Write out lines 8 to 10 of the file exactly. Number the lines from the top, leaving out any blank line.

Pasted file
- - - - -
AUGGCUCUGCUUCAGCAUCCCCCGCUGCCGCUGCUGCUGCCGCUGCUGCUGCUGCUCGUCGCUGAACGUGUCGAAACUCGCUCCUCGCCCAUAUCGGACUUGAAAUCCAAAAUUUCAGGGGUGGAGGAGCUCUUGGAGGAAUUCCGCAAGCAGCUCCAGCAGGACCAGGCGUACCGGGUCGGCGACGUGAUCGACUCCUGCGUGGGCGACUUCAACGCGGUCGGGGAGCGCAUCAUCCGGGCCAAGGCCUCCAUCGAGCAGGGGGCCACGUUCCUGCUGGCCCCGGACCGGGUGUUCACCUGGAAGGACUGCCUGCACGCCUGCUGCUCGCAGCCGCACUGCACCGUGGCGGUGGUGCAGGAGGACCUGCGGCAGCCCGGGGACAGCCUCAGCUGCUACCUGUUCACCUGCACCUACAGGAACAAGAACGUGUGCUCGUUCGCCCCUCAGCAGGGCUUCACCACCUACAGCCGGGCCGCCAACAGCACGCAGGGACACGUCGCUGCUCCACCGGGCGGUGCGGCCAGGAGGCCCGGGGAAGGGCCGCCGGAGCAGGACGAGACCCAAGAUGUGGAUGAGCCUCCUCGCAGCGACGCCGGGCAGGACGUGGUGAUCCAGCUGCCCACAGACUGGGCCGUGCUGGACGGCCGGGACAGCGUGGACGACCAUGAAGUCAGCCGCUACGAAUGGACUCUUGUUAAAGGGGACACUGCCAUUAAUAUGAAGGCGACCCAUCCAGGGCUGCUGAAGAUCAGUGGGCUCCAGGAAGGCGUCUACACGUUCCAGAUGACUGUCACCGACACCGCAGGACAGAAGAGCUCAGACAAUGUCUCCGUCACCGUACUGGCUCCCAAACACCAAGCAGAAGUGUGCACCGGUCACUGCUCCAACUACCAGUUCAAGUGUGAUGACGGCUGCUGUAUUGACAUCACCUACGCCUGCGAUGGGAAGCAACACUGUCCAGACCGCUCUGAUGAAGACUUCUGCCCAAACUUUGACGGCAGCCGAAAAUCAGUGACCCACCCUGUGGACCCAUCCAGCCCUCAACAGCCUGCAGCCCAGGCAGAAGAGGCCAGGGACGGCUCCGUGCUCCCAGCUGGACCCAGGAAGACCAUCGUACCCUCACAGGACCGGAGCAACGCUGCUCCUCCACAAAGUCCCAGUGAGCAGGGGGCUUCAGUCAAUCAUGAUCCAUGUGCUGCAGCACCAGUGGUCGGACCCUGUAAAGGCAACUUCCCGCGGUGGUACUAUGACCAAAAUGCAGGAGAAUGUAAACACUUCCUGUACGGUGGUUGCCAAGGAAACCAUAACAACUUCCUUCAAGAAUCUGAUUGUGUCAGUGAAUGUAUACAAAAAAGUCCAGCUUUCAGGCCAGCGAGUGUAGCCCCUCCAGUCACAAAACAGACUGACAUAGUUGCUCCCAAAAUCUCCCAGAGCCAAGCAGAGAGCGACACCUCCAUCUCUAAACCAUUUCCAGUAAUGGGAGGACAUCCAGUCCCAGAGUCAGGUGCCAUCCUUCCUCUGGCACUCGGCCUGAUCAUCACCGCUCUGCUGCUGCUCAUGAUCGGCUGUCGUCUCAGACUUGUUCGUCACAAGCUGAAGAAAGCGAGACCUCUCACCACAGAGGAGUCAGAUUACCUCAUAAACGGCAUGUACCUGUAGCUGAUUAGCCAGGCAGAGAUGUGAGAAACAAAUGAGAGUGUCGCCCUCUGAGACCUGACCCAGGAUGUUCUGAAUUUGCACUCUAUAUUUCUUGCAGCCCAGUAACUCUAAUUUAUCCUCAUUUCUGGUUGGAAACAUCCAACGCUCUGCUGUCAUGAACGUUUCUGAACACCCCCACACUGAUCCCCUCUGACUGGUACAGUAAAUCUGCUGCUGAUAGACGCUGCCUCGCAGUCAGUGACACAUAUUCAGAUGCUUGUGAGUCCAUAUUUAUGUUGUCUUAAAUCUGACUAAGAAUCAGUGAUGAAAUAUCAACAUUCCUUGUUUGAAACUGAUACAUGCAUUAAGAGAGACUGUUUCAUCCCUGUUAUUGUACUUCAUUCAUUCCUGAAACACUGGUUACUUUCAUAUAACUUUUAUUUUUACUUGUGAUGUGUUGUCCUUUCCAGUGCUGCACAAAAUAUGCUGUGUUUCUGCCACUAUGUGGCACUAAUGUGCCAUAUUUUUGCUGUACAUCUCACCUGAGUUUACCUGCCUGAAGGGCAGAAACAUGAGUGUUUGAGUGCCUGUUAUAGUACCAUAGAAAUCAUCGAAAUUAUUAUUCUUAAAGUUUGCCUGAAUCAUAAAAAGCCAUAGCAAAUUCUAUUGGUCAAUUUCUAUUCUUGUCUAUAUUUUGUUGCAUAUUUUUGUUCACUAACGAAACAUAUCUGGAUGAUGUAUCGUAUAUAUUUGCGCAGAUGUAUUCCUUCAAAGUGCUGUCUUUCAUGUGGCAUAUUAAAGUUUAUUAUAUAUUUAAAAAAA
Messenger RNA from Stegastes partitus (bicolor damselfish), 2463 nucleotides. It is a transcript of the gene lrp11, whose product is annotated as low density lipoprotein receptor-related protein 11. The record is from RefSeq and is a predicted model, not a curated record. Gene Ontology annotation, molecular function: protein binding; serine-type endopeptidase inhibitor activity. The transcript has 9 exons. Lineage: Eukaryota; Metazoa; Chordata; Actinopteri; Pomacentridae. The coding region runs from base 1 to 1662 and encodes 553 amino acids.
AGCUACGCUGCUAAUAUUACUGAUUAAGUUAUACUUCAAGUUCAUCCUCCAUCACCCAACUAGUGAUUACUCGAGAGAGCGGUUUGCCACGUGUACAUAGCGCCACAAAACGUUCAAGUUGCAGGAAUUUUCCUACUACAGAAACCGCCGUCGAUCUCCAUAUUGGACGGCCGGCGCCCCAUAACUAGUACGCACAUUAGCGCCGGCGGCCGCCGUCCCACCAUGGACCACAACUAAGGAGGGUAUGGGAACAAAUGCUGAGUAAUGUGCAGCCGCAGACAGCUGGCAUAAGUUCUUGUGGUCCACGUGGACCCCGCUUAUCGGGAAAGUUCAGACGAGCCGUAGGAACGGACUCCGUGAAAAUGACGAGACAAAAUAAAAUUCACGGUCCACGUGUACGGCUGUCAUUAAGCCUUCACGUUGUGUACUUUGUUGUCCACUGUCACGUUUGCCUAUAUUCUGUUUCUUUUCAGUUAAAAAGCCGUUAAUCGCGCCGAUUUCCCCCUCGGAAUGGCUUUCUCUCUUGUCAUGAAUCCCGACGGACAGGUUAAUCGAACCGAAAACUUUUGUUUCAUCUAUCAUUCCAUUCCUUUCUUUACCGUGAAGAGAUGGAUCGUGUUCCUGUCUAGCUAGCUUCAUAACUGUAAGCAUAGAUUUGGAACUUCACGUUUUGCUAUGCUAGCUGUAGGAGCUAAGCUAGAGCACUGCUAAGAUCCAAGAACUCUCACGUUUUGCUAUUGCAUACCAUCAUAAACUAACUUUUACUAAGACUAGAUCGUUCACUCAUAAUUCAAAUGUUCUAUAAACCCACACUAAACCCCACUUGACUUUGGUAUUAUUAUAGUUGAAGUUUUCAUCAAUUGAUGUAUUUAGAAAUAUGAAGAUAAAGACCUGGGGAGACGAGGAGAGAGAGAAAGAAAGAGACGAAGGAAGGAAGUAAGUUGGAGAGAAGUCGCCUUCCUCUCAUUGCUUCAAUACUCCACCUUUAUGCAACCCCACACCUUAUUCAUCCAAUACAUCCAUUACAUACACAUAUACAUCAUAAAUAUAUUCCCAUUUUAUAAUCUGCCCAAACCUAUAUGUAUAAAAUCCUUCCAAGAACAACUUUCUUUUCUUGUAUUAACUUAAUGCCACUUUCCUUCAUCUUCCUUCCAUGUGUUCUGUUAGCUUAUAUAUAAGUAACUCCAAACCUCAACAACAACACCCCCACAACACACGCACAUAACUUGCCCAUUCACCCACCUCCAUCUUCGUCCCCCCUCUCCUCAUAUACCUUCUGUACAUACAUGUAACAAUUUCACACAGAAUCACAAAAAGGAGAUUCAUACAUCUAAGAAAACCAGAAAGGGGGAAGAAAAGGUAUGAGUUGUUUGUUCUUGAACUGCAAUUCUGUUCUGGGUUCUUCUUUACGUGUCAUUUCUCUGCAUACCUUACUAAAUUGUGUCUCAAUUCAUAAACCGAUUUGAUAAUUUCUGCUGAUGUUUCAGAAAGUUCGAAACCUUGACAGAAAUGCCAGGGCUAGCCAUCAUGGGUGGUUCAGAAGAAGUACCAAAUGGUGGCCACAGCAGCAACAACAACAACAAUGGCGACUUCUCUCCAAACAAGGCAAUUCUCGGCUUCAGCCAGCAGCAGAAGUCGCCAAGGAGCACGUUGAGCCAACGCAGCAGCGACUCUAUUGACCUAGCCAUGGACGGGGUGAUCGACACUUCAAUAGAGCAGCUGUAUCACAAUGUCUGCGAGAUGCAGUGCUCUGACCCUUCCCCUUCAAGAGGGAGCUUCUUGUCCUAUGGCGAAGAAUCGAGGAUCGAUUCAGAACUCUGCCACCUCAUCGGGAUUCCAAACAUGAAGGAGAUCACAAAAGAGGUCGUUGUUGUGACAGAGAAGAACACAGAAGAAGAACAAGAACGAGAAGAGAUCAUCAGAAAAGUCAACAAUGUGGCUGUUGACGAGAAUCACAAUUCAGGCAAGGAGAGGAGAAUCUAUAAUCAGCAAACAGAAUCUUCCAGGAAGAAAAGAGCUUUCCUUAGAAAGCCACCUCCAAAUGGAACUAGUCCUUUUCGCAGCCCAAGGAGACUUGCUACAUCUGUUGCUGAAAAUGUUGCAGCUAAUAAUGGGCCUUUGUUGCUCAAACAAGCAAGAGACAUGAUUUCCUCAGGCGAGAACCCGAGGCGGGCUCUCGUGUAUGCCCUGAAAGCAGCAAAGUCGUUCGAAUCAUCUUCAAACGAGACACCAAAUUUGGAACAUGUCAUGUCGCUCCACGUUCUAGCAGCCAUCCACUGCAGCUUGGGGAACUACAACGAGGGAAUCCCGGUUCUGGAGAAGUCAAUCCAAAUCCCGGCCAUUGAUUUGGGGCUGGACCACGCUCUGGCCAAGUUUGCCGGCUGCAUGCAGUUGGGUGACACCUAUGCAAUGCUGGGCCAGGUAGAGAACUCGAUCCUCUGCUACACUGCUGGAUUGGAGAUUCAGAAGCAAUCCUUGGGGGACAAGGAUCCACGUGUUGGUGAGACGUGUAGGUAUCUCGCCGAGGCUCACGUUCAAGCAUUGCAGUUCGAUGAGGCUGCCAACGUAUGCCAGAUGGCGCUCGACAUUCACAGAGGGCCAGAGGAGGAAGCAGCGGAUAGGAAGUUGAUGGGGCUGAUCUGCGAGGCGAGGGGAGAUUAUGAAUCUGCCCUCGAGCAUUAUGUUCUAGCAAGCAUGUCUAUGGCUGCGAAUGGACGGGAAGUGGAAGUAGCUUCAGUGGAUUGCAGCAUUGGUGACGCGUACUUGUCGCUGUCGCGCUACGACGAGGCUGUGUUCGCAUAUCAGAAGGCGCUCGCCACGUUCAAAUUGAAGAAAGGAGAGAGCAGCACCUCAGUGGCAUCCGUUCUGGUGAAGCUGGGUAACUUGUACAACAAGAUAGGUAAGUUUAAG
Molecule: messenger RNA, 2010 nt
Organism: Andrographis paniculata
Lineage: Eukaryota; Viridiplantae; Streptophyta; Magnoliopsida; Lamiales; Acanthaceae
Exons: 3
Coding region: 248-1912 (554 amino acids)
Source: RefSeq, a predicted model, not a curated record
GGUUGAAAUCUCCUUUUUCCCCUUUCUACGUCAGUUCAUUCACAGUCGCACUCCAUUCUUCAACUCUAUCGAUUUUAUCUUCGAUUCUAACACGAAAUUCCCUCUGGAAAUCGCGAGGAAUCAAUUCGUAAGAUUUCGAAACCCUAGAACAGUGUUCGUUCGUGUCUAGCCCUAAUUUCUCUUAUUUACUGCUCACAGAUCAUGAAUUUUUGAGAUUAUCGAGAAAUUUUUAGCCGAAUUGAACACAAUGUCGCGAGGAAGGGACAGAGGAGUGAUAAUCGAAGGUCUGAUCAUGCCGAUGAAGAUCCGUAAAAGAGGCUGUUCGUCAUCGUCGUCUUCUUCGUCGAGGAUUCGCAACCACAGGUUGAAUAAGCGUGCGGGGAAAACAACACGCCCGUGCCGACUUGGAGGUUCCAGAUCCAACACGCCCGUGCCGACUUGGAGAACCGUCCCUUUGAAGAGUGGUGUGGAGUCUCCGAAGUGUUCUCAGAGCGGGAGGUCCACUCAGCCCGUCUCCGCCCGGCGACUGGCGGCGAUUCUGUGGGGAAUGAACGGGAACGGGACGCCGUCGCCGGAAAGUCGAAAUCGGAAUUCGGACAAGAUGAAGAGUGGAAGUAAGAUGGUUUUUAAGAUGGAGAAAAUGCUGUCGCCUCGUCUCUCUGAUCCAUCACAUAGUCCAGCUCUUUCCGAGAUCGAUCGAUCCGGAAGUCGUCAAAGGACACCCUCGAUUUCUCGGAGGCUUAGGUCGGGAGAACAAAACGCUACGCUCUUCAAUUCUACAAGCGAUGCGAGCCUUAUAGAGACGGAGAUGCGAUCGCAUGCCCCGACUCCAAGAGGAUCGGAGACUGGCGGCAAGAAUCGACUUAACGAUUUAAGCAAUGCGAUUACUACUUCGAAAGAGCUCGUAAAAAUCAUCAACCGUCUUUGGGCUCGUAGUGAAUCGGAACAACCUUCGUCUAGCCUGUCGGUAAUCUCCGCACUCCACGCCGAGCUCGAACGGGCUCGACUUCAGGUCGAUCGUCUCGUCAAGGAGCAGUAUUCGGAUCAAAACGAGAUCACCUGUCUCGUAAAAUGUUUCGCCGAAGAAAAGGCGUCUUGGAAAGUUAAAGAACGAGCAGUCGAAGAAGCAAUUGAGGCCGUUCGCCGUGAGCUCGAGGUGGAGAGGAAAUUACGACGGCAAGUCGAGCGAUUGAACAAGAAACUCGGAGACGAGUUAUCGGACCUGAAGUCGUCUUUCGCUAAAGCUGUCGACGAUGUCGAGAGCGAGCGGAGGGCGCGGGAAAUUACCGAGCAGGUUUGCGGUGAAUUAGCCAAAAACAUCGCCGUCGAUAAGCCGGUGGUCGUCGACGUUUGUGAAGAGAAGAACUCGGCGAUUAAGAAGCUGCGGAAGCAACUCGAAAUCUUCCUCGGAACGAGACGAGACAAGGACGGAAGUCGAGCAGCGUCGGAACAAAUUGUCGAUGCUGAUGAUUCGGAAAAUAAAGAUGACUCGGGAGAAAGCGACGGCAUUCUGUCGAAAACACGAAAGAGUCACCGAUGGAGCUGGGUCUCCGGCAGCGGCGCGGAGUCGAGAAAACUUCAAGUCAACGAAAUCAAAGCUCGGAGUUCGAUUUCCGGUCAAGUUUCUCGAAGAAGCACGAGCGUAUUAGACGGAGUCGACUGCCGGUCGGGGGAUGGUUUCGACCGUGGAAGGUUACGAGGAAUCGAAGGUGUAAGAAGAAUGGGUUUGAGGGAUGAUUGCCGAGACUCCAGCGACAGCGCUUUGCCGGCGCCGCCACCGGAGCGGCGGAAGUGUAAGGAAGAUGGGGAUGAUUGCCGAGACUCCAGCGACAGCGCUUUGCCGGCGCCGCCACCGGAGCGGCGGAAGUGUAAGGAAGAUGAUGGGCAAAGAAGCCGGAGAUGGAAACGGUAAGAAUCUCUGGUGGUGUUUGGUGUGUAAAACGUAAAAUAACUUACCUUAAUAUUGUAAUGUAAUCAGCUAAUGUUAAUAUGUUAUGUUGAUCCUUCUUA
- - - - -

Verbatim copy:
Coding region: 248-1912 (554 amino acids)
Source: RefSeq, a predicted model, not a curated record
GGUUGAAAUCUCCUUUUUCCCCUUUCUACGUCAGUUCAUUCACAGUCGCACUCCAUUCUUCAACUCUAUCGAUUUUAUCUUCGAUUCUAACACGAAAUUCCCUCUGGAAAUCGCGAGGAAUCAAUUCGUAAGAUUUCGAAACCCUAGAACAGUGUUCGUUCGUGUCUAGCCCUAAUUUCUCUUAUUUACUGCUCACAGAUCAUGAAUUUUUGAGAUUAUCGAGAAAUUUUUAGCCGAAUUGAACACAAUGUCGCGAGGAAGGGACAGAGGAGUGAUAAUCGAAGGUCUGAUCAUGCCGAUGAAGAUCCGUAAAAGAGGCUGUUCGUCAUCGUCGUCUUCUUCGUCGAGGAUUCGCAACCACAGGUUGAAUAAGCGUGCGGGGAAAACAACACGCCCGUGCCGACUUGGAGGUUCCAGAUCCAACACGCCCGUGCCGACUUGGAGAACCGUCCCUUUGAAGAGUGGUGUGGAGUCUCCGAAGUGUUCUCAGAGCGGGAGGUCCACUCAGCCCGUCUCCGCCCGGCGACUGGCGGCGAUUCUGUGGGGAAUGAACGGGAACGGGACGCCGUCGCCGGAAAGUCGAAAUCGGAAUUCGGACAAGAUGAAGAGUGGAAGUAAGAUGGUUUUUAAGAUGGAGAAAAUGCUGUCGCCUCGUCUCUCUGAUCCAUCACAUAGUCCAGCUCUUUCCGAGAUCGAUCGAUCCGGAAGUCGUCAAAGGACACCCUCGAUUUCUCGGAGGCUUAGGUCGGGAGAACAAAACGCUACGCUCUUCAAUUCUACAAGCGAUGCGAGCCUUAUAGAGACGGAGAUGCGAUCGCAUGCCCCGACUCCAAGAGGAUCGGAGACUGGCGGCAAGAAUCGACUUAACGAUUUAAGCAAUGCGAUUACUACUUCGAAAGAGCUCGUAAAAAUCAUCAACCGUCUUUGGGCUCGUAGUGAAUCGGAACAACCUUCGUCUAGCCUGUCGGUAAUCUCCGCACUCCACGCCGAGCUCGAACGGGCUCGACUUCAGGUCGAUCGUCUCGUCAAGGAGCAGUAUUCGGAUCAAAACGAGAUCACCUGUCUCGUAAAAUGUUUCGCCGAAGAAAAGGCGUCUUGGAAAGUUAAAGAACGAGCAGUCGAAGAAGCAAUUGAGGCCGUUCGCCGUGAGCUCGAGGUGGAGAGGAAAUUACGACGGCAAGUCGAGCGAUUGAACAAGAAACUCGGAGACGAGUUAUCGGACCUGAAGUCGUCUUUCGCUAAAGCUGUCGACGAUGUCGAGAGCGAGCGGAGGGCGCGGGAAAUUACCGAGCAGGUUUGCGGUGAAUUAGCCAAAAACAUCGCCGUCGAUAAGCCGGUGGUCGUCGACGUUUGUGAAGAGAAGAACUCGGCGAUUAAGAAGCUGCGGAAGCAACUCGAAAUCUUCCUCGGAACGAGACGAGACAAGGACGGAAGUCGAGCAGCGUCGGAACAAAUUGUCGAUGCUGAUGAUUCGGAAAAUAAAGAUGACUCGGGAGAAAGCGACGGCAUUCUGUCGAAAACACGAAAGAGUCACCGAUGGAGCUGGGUCUCCGGCAGCGGCGCGGAGUCGAGAAAACUUCAAGUCAACGAAAUCAAAGCUCGGAGUUCGAUUUCCGGUCAAGUUUCUCGAAGAAGCACGAGCGUAUUAGACGGAGUCGACUGCCGGUCGGGGGAUGGUUUCGACCGUGGAAGGUUACGAGGAAUCGAAGGUGUAAGAAGAAUGGGUUUGAGGGAUGAUUGCCGAGACUCCAGCGACAGCGCUUUGCCGGCGCCGCCACCGGAGCGGCGGAAGUGUAAGGAAGAUGGGGAUGAUUGCCGAGACUCCAGCGACAGCGCUUUGCCGGCGCCGCCACCGGAGCGGCGGAAGUGUAAGGAAGAUGAUGGGCAAAGAAGCCGGAGAUGGAAACGGUAAGAAUCUCUGGUGGUGUUUGGUGUGUAAAACGUAAAAUAACUUACCUUAAUAUUGUAAUGUAAUCAGCUAAUGUUAAUAUGUUAUGUUGAUCCUUCUUA